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In the third part of “The Hustle” series we will show you three questions that will help reveal your inner strengths as an entrepreneur.

It has taken me two years to write my first manuscript, and to find a publisher that was willing to invest in bringing my words to the public.

I was proud.
I thought I was finally headed in the right direction.

The timing also coincided with my first time experiencing Emerging Women Live, a conference that shook me to the core, and I truly walked away thinking differently.

I was confident, clear, and ready to use my voice to share my message and network my lil’ booty off. My publisher gave me an assignment to find important people that could endorse my book.

At this point I had only verbally pitched my idea to my publisher, and she came to see me speak on a panel that same evening. I was able to gain her trust before sending my manuscript, which I had sent to her and the editor just days before.

The night before the conference I was cuddling with my laptop in my narrow Airbnb when I received feedback from my editor. And, it wasn’t pretty. I will sum it up as: my first draft sounded like cliff notes!!

My throats tightened and my heart fell heavy into my stomach.
I went to bed that night repeating: cliff notes.

Despite the feeling of failure, I promised myself the next morning that I would go into the conference with the same fervor, head held high.

I was doing pretty well, walking through the check in area with a smile, making eye contact, saying hello first. I was pretty damn proud of myself.
Then I was handed a gift bag. It was heavy, and I thought, oh there is some good stuff in here!

The first thing I pulled out was a book, with nearly the same title as mine!! My heart once again found its way to my gut, and my eyes filled with tears.

I immediately took a picture and texted it to my publisher, asking if this was going to be a problem. Fortunately the answer was no.

But this instance had awoken a fear in me.
That there was too much competition.
Why would anyone listen to my approach?
Who am I, and what am I really putting out there anyway?

I retreated from my inner voice’s craziness, and did my best not to get judgmental, I began to repeat inwardly: stay curious and open, stay curious and open….

the hustle

I was actually in the perfect place to be experiencing such reflective questions. This allowed me to reveal to myself my niche in the industry. The information at the conference fed so many of my answers. So much that I would often find myself soaking with sweat while listening to some of the speakers and having to go home to change for the evening sessions.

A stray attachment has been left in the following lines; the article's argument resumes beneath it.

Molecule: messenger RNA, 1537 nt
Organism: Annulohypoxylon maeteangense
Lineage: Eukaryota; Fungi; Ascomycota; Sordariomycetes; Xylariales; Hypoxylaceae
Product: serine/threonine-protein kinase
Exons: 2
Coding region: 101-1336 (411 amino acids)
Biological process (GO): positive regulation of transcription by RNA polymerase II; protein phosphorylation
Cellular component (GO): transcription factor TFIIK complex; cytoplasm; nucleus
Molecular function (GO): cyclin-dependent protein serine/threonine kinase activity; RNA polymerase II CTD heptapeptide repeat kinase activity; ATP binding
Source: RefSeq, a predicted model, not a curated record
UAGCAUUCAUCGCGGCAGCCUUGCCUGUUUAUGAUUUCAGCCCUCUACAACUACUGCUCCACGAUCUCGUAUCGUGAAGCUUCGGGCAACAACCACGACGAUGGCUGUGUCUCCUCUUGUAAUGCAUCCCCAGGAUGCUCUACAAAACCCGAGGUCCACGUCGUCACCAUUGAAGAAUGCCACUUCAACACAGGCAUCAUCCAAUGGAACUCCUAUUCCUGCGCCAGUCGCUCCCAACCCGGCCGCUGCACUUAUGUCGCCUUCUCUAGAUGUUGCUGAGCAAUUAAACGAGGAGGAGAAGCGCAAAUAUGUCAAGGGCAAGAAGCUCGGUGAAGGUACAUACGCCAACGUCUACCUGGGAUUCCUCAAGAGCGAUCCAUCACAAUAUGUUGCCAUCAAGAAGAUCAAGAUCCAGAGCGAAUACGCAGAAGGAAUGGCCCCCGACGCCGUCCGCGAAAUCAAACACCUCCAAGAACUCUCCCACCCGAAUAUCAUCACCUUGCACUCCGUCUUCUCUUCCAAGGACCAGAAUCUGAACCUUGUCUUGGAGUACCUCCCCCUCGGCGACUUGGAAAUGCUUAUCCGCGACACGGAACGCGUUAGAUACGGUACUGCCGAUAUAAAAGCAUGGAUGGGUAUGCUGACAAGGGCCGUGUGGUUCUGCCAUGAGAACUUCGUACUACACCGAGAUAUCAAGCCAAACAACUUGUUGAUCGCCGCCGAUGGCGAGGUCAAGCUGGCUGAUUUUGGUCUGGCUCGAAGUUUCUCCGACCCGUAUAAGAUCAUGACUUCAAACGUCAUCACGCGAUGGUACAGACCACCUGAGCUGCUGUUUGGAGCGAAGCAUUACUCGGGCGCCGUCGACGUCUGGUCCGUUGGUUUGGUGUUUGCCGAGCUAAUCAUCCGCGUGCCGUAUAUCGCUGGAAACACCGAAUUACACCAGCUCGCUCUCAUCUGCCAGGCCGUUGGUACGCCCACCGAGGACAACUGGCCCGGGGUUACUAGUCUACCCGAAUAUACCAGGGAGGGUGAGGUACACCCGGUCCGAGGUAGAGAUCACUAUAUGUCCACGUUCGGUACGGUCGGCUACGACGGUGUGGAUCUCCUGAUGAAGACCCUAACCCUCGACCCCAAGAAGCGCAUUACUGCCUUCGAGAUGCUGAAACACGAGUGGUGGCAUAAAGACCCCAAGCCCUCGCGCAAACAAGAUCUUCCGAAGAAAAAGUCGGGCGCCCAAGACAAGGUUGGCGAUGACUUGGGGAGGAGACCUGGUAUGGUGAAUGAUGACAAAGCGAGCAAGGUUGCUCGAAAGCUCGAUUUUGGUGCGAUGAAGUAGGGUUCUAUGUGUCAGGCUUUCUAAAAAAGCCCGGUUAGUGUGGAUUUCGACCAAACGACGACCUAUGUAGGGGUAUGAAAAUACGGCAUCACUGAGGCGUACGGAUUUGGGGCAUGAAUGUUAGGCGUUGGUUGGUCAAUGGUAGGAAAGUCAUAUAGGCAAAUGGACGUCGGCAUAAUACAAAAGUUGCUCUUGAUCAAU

It was in this place where my entrepreneurial super power was born.

I was honest and smart.
I did my due diligence– the responsibility of any successful entrepreneurs.

Yes, authors, speakers, and coaches exist in a saturated market. I knew the facts. I did a competitor analysis. Which felt like quicksand full of doubt and fear again. But, I found a way to fight those thoughts with facts.

The facts allowed me to see how my approach actually filled a niche. More importantly, even though I want to change and empower the world, I cannot by myself. Nope, can’t do it.

So, if I can’t, neither can all the other people doing this with me.

In fact, we are all needed, because each of our voices speaks to a segment that is currently out there lost, hurting, and ready for what you have to offer.

the hustle

It is your responsibility to find your Entrepreneurial Super Power for the success of your business, and to genuinely help those that need YOUR APPROACH.

You are human, you are influenced by your environment.

Please be aware of this as you study your competitors, their content, and approach. We want you to stay authentic to you.

So, look at it more analytically. Here are three questions to help guide your reflection and reveal your entrepreneurial super power (your niche).

  1. What one problem is your audience facing?
  2. What is your competition doing to help this problem?
  3. How are you going to solve your audience’s problem? List 3 ways your approach is going to solving this problem is different – this is your superpower! (Make sure you are including a product or service as part of the solution)

There is a beautiful opportunity when you have thoroughly studied your industry. You understand where the holes are. You understand where your voice, and your perspective is missing.

Here are some simple tips to approach your competitor analysis.

  • Think of 2-3 channels of income you want for your bigger picture. For me it was speaking, writing, coaching.
  • For each income making part of your business find 5-10 in your industry doing the same thing. Divide this list into two parts:
    1. I like how they are doing things….
    2. I don’t like how they are doing things…

This allows you to recognize the approach and personality of your industry, and this is where you begin to create a niche for yourself, with your unique point of view!

Please remember to stay curious and open, don’t let this part of the process confuse you. Your niche is your superpower. This is the fun part, figuring out exactly what you want to offer, and who you want to offer it to!

the hustle

In my next article we will figure out how to gain your customer’s trust AND build more trust for yourself!

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About the author

Sahar Paz

Sahar Paz

Sahar Paz started her first profit-generating business at the age of 13, and has been an entrepreneur ever since. During her years in New York City she worked in Banking and Fashion while running her own non-profit. Sahar now resides in Houston, Texas as a Keynote Speaker, Author, and Coach to entrepreneurs, adults and teens. When she is not inspiring others, Sahar loves to salsa dance!

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